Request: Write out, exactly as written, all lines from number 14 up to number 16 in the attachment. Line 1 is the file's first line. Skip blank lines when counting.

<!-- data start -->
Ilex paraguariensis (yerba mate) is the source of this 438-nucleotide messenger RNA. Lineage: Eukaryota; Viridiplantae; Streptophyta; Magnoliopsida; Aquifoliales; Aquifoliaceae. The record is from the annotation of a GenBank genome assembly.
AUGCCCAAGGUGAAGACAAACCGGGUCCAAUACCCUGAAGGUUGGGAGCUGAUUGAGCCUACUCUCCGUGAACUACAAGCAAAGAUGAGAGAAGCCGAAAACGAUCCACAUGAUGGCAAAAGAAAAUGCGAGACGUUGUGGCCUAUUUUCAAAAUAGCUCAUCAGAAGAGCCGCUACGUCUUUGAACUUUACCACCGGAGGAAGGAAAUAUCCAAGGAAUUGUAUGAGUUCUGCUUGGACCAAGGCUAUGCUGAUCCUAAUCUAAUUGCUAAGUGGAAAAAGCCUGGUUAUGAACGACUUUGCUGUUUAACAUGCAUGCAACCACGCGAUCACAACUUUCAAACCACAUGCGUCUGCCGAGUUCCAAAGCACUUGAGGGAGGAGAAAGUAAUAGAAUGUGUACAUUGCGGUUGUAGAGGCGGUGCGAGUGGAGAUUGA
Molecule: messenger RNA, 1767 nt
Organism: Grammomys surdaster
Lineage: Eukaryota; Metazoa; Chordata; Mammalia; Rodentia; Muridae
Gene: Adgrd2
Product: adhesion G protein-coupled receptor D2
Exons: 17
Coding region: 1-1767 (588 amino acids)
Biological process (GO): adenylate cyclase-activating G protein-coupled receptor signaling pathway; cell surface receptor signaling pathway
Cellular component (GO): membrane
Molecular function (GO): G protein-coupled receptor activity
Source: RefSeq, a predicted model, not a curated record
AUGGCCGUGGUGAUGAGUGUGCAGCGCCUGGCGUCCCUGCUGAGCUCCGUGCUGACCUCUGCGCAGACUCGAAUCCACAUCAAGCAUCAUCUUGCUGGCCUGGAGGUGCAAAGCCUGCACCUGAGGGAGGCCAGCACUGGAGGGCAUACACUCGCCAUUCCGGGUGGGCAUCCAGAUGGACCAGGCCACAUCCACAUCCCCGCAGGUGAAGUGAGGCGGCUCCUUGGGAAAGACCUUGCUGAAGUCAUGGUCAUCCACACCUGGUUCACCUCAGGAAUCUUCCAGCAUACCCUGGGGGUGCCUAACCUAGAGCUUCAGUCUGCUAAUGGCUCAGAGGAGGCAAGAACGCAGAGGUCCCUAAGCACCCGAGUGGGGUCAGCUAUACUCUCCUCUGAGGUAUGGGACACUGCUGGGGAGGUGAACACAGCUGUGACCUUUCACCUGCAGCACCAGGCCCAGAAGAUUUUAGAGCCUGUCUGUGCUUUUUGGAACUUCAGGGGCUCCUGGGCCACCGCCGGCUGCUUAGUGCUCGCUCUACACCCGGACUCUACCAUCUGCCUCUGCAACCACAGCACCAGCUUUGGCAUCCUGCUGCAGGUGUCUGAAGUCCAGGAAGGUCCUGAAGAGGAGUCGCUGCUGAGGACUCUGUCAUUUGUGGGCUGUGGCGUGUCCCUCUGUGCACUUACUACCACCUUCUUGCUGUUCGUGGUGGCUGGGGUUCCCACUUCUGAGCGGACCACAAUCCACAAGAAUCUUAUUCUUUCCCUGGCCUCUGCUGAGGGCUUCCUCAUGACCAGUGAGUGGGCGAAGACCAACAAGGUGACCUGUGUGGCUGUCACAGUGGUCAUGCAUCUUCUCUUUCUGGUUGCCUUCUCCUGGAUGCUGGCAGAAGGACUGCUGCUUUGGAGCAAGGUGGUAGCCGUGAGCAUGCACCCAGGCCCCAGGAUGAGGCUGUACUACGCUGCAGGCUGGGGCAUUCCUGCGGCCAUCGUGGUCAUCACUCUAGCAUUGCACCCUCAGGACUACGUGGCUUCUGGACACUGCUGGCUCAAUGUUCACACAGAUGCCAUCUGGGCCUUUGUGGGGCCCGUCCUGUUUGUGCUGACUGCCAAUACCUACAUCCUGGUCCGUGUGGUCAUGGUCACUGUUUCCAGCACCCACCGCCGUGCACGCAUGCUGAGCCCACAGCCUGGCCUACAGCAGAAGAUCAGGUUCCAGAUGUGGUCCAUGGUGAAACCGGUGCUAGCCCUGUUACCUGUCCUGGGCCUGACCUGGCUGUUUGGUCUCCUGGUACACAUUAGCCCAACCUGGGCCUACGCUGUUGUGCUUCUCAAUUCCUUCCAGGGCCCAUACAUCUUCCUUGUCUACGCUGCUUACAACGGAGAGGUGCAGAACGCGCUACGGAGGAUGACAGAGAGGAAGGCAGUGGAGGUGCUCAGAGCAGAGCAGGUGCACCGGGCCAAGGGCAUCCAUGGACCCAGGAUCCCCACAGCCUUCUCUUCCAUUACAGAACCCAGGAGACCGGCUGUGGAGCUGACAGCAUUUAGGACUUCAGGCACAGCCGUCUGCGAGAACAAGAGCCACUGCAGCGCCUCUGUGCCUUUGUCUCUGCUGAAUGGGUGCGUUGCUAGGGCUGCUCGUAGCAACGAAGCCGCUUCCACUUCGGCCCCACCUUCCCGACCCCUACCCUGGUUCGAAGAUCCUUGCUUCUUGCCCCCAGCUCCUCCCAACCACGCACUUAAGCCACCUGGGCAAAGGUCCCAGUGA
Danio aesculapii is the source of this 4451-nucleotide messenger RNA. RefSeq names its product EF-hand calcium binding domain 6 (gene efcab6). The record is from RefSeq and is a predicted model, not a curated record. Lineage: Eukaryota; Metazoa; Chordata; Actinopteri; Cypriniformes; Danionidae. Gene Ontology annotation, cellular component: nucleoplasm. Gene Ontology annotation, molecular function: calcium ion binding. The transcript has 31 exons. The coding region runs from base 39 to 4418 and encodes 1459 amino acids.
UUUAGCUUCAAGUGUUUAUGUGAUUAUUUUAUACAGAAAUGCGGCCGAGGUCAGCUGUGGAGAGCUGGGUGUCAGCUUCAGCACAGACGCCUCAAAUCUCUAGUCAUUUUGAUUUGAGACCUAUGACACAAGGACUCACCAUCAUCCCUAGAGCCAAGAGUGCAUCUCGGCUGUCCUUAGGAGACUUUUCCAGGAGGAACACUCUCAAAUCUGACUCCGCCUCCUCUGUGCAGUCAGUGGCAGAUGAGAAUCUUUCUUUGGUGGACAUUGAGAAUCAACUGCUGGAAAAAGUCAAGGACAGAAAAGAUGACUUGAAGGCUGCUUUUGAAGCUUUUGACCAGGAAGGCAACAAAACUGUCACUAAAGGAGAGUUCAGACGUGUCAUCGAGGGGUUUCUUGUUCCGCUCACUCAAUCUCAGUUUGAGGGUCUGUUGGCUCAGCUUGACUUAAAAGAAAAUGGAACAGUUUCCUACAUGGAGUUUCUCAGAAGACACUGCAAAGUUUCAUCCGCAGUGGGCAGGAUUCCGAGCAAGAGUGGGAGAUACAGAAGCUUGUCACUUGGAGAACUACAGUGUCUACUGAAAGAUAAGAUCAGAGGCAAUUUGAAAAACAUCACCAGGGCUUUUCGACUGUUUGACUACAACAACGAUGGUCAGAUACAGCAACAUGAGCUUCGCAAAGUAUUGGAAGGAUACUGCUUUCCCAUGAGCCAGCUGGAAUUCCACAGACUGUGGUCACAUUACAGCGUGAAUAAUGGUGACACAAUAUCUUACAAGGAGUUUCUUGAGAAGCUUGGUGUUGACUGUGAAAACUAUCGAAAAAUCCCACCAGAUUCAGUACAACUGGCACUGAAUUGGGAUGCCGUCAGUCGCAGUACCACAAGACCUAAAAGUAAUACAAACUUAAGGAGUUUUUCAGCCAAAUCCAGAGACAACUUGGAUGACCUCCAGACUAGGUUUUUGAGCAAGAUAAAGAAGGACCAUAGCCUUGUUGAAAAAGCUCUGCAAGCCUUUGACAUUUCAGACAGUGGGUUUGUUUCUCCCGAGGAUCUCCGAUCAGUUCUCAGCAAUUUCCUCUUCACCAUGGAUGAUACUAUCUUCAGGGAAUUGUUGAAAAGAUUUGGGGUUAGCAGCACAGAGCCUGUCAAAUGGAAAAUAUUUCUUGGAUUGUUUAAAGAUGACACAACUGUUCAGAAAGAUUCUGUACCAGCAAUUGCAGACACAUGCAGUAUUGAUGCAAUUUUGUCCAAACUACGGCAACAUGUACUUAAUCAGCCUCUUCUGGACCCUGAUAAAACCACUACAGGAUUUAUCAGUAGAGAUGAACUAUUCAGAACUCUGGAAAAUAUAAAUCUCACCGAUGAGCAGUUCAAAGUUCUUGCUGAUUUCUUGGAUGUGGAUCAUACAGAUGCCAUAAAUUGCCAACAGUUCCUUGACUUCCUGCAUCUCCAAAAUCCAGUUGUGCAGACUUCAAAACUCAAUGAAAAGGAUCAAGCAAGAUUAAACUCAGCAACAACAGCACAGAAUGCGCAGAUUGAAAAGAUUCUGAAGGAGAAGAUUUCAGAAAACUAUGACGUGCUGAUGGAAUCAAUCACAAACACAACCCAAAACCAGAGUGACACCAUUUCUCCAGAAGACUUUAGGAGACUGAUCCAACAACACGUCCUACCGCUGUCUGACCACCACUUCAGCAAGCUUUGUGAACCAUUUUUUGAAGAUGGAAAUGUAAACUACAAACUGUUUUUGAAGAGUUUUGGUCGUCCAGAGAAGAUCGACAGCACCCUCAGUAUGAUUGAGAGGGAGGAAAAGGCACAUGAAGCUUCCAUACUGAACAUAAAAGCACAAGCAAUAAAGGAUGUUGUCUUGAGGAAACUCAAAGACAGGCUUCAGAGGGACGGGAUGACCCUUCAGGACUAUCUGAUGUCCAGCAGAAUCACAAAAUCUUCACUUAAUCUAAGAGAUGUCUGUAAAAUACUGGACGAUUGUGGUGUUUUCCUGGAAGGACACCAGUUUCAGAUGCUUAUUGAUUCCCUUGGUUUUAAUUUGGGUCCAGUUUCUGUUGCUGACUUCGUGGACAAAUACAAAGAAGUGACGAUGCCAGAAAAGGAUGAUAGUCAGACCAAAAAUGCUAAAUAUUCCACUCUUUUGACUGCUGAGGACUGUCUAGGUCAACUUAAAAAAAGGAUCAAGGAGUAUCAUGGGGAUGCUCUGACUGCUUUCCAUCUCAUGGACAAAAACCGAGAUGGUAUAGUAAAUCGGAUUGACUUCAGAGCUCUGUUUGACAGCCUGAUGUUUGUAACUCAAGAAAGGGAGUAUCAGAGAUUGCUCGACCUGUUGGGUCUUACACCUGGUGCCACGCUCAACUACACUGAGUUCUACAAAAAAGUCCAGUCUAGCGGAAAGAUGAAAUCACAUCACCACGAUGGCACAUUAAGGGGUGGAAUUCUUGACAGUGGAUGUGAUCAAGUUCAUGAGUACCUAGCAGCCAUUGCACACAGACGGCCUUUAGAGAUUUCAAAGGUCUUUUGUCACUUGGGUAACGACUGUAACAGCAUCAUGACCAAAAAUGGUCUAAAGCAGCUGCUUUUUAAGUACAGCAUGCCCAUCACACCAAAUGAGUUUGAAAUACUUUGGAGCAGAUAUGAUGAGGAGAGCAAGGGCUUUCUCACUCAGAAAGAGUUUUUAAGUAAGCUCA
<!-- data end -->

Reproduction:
AUGGCCGUGGUGAUGAGUGUGCAGCGCCUGGCGUCCCUGCUGAGCUCCGUGCUGACCUCUGCGCAGACUCGAAUCCACAUCAAGCAUCAUCUUGCUGGCCUGGAGGUGCAAAGCCUGCACCUGAGGGAGGCCAGCACUGGAGGGCAUACACUCGCCAUUCCGGGUGGGCAUCCAGAUGGACCAGGCCACAUCCACAUCCCCGCAGGUGAAGUGAGGCGGCUCCUUGGGAAAGACCUUGCUGAAGUCAUGGUCAUCCACACCUGGUUCACCUCAGGAAUCUUCCAGCAUACCCUGGGGGUGCCUAACCUAGAGCUUCAGUCUGCUAAUGGCUCAGAGGAGGCAAGAACGCAGAGGUCCCUAAGCACCCGAGUGGGGUCAGCUAUACUCUCCUCUGAGGUAUGGGACACUGCUGGGGAGGUGAACACAGCUGUGACCUUUCACCUGCAGCACCAGGCCCAGAAGAUUUUAGAGCCUGUCUGUGCUUUUUGGAACUUCAGGGGCUCCUGGGCCACCGCCGGCUGCUUAGUGCUCGCUCUACACCCGGACUCUACCAUCUGCCUCUGCAACCACAGCACCAGCUUUGGCAUCCUGCUGCAGGUGUCUGAAGUCCAGGAAGGUCCUGAAGAGGAGUCGCUGCUGAGGACUCUGUCAUUUGUGGGCUGUGGCGUGUCCCUCUGUGCACUUACUACCACCUUCUUGCUGUUCGUGGUGGCUGGGGUUCCCACUUCUGAGCGGACCACAAUCCACAAGAAUCUUAUUCUUUCCCUGGCCUCUGCUGAGGGCUUCCUCAUGACCAGUGAGUGGGCGAAGACCAACAAGGUGACCUGUGUGGCUGUCACAGUGGUCAUGCAUCUUCUCUUUCUGGUUGCCUUCUCCUGGAUGCUGGCAGAAGGACUGCUGCUUUGGAGCAAGGUGGUAGCCGUGAGCAUGCACCCAGGCCCCAGGAUGAGGCUGUACUACGCUGCAGGCUGGGGCAUUCCUGCGGCCAUCGUGGUCAUCACUCUAGCAUUGCACCCUCAGGACUACGUGGCUUCUGGACACUGCUGGCUCAAUGUUCACACAGAUGCCAUCUGGGCCUUUGUGGGGCCCGUCCUGUUUGUGCUGACUGCCAAUACCUACAUCCUGGUCCGUGUGGUCAUGGUCACUGUUUCCAGCACCCACCGCCGUGCACGCAUGCUGAGCCCACAGCCUGGCCUACAGCAGAAGAUCAGGUUCCAGAUGUGGUCCAUGGUGAAACCGGUGCUAGCCCUGUUACCUGUCCUGGGCCUGACCUGGCUGUUUGGUCUCCUGGUACACAUUAGCCCAACCUGGGCCUACGCUGUUGUGCUUCUCAAUUCCUUCCAGGGCCCAUACAUCUUCCUUGUCUACGCUGCUUACAACGGAGAGGUGCAGAACGCGCUACGGAGGAUGACAGAGAGGAAGGCAGUGGAGGUGCUCAGAGCAGAGCAGGUGCACCGGGCCAAGGGCAUCCAUGGACCCAGGAUCCCCACAGCCUUCUCUUCCAUUACAGAACCCAGGAGACCGGCUGUGGAGCUGACAGCAUUUAGGACUUCAGGCACAGCCGUCUGCGAGAACAAGAGCCACUGCAGCGCCUCUGUGCCUUUGUCUCUGCUGAAUGGGUGCGUUGCUAGGGCUGCUCGUAGCAACGAAGCCGCUUCCACUUCGGCCCCACCUUCCCGACCCCUACCCUGGUUCGAAGAUCCUUGCUUCUUGCCCCCAGCUCCUCCCAACCACGCACUUAAGCCACCUGGGCAAAGGUCCCAGUGA
Danio aesculapii is the source of this 4451-nucleotide messenger RNA. RefSeq names its product EF-hand calcium binding domain 6 (gene efcab6). The record is from RefSeq and is a predicted model, not a curated record. Lineage: Eukaryota; Metazoa; Chordata; Actinopteri; Cypriniformes; Danionidae. Gene Ontology annotation, cellular component: nucleoplasm. Gene Ontology annotation, molecular function: calcium ion binding. The transcript has 31 exons. The coding region runs from base 39 to 4418 and encodes 1459 amino acids.
UUUAGCUUCAAGUGUUUAUGUGAUUAUUUUAUACAGAAAUGCGGCCGAGGUCAGCUGUGGAGAGCUGGGUGUCAGCUUCAGCACAGACGCCUCAAAUCUCUAGUCAUUUUGAUUUGAGACCUAUGACACAAGGACUCACCAUCAUCCCUAGAGCCAAGAGUGCAUCUCGGCUGUCCUUAGGAGACUUUUCCAGGAGGAACACUCUCAAAUCUGACUCCGCCUCCUCUGUGCAGUCAGUGGCAGAUGAGAAUCUUUCUUUGGUGGACAUUGAGAAUCAACUGCUGGAAAAAGUCAAGGACAGAAAAGAUGACUUGAAGGCUGCUUUUGAAGCUUUUGACCAGGAAGGCAACAAAACUGUCACUAAAGGAGAGUUCAGACGUGUCAUCGAGGGGUUUCUUGUUCCGCUCACUCAAUCUCAGUUUGAGGGUCUGUUGGCUCAGCUUGACUUAAAAGAAAAUGGAACAGUUUCCUACAUGGAGUUUCUCAGAAGACACUGCAAAGUUUCAUCCGCAGUGGGCAGGAUUCCGAGCAAGAGUGGGAGAUACAGAAGCUUGUCACUUGGAGAACUACAGUGUCUACUGAAAGAUAAGAUCAGAGGCAAUUUGAAAAACAUCACCAGGGCUUUUCGACUGUUUGACUACAACAACGAUGGUCAGAUACAGCAACAUGAGCUUCGCAAAGUAUUGGAAGGAUACUGCUUUCCCAUGAGCCAGCUGGAAUUCCACAGACUGUGGUCACAUUACAGCGUGAAUAAUGGUGACACAAUAUCUUACAAGGAGUUUCUUGAGAAGCUUGGUGUUGACUGUGAAAACUAUCGAAAAAUCCCACCAGAUUCAGUACAACUGGCACUGAAUUGGGAUGCCGUCAGUCGCAGUACCACAAGACCUAAAAGUAAUACAAACUUAAGGAGUUUUUCAGCCAAAUCCAGAGACAACUUGGAUGACCUCCAGACUAGGUUUUUGAGCAAGAUAAAGAAGGACCAUAGCCUUGUUGAAAAAGCUCUGCAAGCCUUUGACAUUUCAGACAGUGGGUUUGUUUCUCCCGAGGAUCUCCGAUCAGUUCUCAGCAAUUUCCUCUUCACCAUGGAUGAUACUAUCUUCAGGGAAUUGUUGAAAAGAUUUGGGGUUAGCAGCACAGAGCCUGUCAAAUGGAAAAUAUUUCUUGGAUUGUUUAAAGAUGACACAACUGUUCAGAAAGAUUCUGUACCAGCAAUUGCAGACACAUGCAGUAUUGAUGCAAUUUUGUCCAAACUACGGCAACAUGUACUUAAUCAGCCUCUUCUGGACCCUGAUAAAACCACUACAGGAUUUAUCAGUAGAGAUGAACUAUUCAGAACUCUGGAAAAUAUAAAUCUCACCGAUGAGCAGUUCAAAGUUCUUGCUGAUUUCUUGGAUGUGGAUCAUACAGAUGCCAUAAAUUGCCAACAGUUCCUUGACUUCCUGCAUCUCCAAAAUCCAGUUGUGCAGACUUCAAAACUCAAUGAAAAGGAUCAAGCAAGAUUAAACUCAGCAACAACAGCACAGAAUGCGCAGAUUGAAAAGAUUCUGAAGGAGAAGAUUUCAGAAAACUAUGACGUGCUGAUGGAAUCAAUCACAAACACAACCCAAAACCAGAGUGACACCAUUUCUCCAGAAGACUUUAGGAGACUGAUCCAACAACACGUCCUACCGCUGUCUGACCACCACUUCAGCAAGCUUUGUGAACCAUUUUUUGAAGAUGGAAAUGUAAACUACAAACUGUUUUUGAAGAGUUUUGGUCGUCCAGAGAAGAUCGACAGCACCCUCAGUAUGAUUGAGAGGGAGGAAAAGGCACAUGAAGCUUCCAUACUGAACAUAAAAGCACAAGCAAUAAAGGAUGUUGUCUUGAGGAAACUCAAAGACAGGCUUCAGAGGGACGGGAUGACCCUUCAGGACUAUCUGAUGUCCAGCAGAAUCACAAAAUCUUCACUUAAUCUAAGAGAUGUCUGUAAAAUACUGGACGAUUGUGGUGUUUUCCUGGAAGGACACCAGUUUCAGAUGCUUAUUGAUUCCCUUGGUUUUAAUUUGGGUCCAGUUUCUGUUGCUGACUUCGUGGACAAAUACAAAGAAGUGACGAUGCCAGAAAAGGAUGAUAGUCAGACCAAAAAUGCUAAAUAUUCCACUCUUUUGACUGCUGAGGACUGUCUAGGUCAACUUAAAAAAAGGAUCAAGGAGUAUCAUGGGGAUGCUCUGACUGCUUUCCAUCUCAUGGACAAAAACCGAGAUGGUAUAGUAAAUCGGAUUGACUUCAGAGCUCUGUUUGACAGCCUGAUGUUUGUAACUCAAGAAAGGGAGUAUCAGAGAUUGCUCGACCUGUUGGGUCUUACACCUGGUGCCACGCUCAACUACACUGAGUUCUACAAAAAAGUCCAGUCUAGCGGAAAGAUGAAAUCACAUCACCACGAUGGCACAUUAAGGGGUGGAAUUCUUGACAGUGGAUGUGAUCAAGUUCAUGAGUACCUAGCAGCCAUUGCACACAGACGGCCUUUAGAGAUUUCAAAGGUCUUUUGUCACUUGGGUAACGACUGUAACAGCAUCAUGACCAAAAAUGGUCUAAAGCAGCUGCUUUUUAAGUACAGCAUGCCCAUCACACCAAAUGAGUUUGAAAUACUUUGGAGCAGAUAUGAUGAGGAGAGCAAGGGCUUUCUCACUCAGAAAGAGUUUUUAAGUAAGCUCA